Secondly, the sleevenotes for this volume announce a huge change to the way the LPs were compiled in a passing fashion, almost in the hope their regular buyers won't notice. "Welcome to volume 18 of this series," they begin confidently, "where you'll find the likes of Elastica, Salad and Delicious Monster rub shoulders with the Modes, Bjorks, Pumpkins and Blurs of this maverick indie world. Let's face it, who gives a toss which label or distributor they release their records, so long as the emphasis is on damn good music?" This is a very interesting, "oh come on, get over it lads!" way of announcing a huge shift away from the founding principle of the series.

I do get how this happened. The situation with the indie charts at this point was rather ridiculous, with all kinds of "boutique" labels cropping up which were owned outright by major labels, and were often based in some dark and messy corner of their corporate tower block. Dedicated was a subsidiary of RCA, and regularly popped up in the indie charts. Virgin owned Hut (though in their defence, had a very hands-off approach, and allowed Hut to put out some really interesting and daring music). And Island Red was waiting in the wings, a label started by Island Records which just changed the corporate logo's colour and had their acts distributed independently so as to leap into the indie chart, where other signings such as Pulp or U2 were prohibited (no points whatsoever to Island for effort with their presentation, then, though you could argue they were rather more honest).

There's another side to this argument too, though. Chet and Bee's father Clive Selwood had very recently whined to the NME about the fact that his "Peel Sessions" records on Strange Fruit had been disqualified from the indie charts, purely because he had moved the company over to a new distributor. His voice was heard amongst a chorus of other elders in the industry complaining about the absence of a meaningful "alternative" chart where all their hip and happening bands could hang out with the likes of Huggy Bear and Aphex Twin. An alternative chart which, obviously, the BPI would have more oversight and control over, potentially leaving small bedroom labels without any media breakthrough moments, and maybe allowing groups like The Big Dish or Texas chart entries (possibly an exaggeration, possibly not - who knows what they envisaged?)

Both Selwood and his naysayers had relevant gripes, but the only sensible conclusion you can draw from this brouhaha - certainly in less than 10,000 words - is that "indie" had slowly become a victim of its own success. The majors had found a way of gatecrashing the party, and nothing would ever quite be the same again. And as for the "Indie Top 20" series, what it had set out to be, an honest guide to critically acclaimed but seldom heard music in the indie charts, it no longer was. This really marks the point that I saw the writing on the wall. If the "Indie Top 20" series had become a selection of all the biggest and best alternative music out there, then what made it different to the various leftfield compilation LPs the majors were sticking out? That's a question we may find ourselves referring back to more and more as we enter the twilight years of the series.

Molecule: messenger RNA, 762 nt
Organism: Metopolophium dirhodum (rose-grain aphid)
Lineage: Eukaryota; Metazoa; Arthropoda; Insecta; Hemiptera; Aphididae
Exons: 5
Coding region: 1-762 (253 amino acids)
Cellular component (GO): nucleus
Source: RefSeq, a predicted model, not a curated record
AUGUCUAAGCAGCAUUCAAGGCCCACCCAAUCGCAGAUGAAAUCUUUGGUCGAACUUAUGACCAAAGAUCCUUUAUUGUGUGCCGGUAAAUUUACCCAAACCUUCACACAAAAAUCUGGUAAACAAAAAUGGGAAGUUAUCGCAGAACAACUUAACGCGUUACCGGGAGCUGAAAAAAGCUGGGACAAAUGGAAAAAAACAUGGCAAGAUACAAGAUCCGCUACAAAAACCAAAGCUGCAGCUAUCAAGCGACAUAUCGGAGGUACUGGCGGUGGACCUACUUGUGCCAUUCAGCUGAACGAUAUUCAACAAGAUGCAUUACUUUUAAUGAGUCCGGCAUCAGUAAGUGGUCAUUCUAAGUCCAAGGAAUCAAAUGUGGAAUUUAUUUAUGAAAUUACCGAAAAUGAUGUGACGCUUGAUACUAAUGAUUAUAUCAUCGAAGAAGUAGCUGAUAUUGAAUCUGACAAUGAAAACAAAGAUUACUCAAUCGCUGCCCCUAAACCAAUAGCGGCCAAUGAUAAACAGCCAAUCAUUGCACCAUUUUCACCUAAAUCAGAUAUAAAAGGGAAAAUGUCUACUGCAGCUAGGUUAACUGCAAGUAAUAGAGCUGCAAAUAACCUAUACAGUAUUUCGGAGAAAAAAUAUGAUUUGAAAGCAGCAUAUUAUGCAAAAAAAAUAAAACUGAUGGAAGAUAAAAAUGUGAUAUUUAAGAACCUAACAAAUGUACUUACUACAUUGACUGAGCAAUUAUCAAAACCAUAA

1. Blur - Chemical World (Food/ EMI)

And straight off the bat, here's EMI's first appearance on an "Indie Top 20" LP. It certainly wasn't Food Record's first showing, though - that occurred back on Volume Two in the days when it was a wholly independent label.

It's also Blur's first appearance, for obvious reasons, and it's tough to briefly summarise their career so far. Initially they were considered suspect by many critics and "indie kids", a group without "proper" indie credentials and an A&R man's wet dream. Good looking and confident, their earliest singles actually still stand up as marvellous slices of alternative pop. "There's No Other Way" crashlanded into the UK Top Ten unapologetically, and the band's energetic and cocksure live performances and charismatic photo shoots ensured that they were never going to be mistaken for another Chapterhouse or Moose. Damon Albarn's slightly tragic Frank and Walters haircut may have been a distinct minus point in their early days, but beyond that, they could barely put a foot wrong in terms of either sound or image. As the NME went to the trouble of pointing out, Blur were the indie band your average suited city commuter thought it was OK to like.

Then, following the success of their debut LP "Leisure", they returned with the new single "Popscene", a snarling three-minute outing which sounded nothing like their previous more psychedelically inclined moments, and instead resembled an early Teardrop Explodes single on amphetamines. It sounded fantastic, but landed at a time when the British record buying public were generally not interested in homegrown alternative sounds, and has subsequently been largely forgotten about outside of their fanbase (even by the band, who seem keen to disown it).

A long gap followed while the group developed their second LP "Modern Life Is Rubbish", which was supposed to have been produced by Andy Partridge of XTC - what I wouldn't give to hear a complete version of that LP - but he was given the heave-ho and replaced by Stephen Street for the final release. The band returned suited and booted in Mod gear posing with some dogs in the British music press, and without us fully realising it at the time, the future had arrived.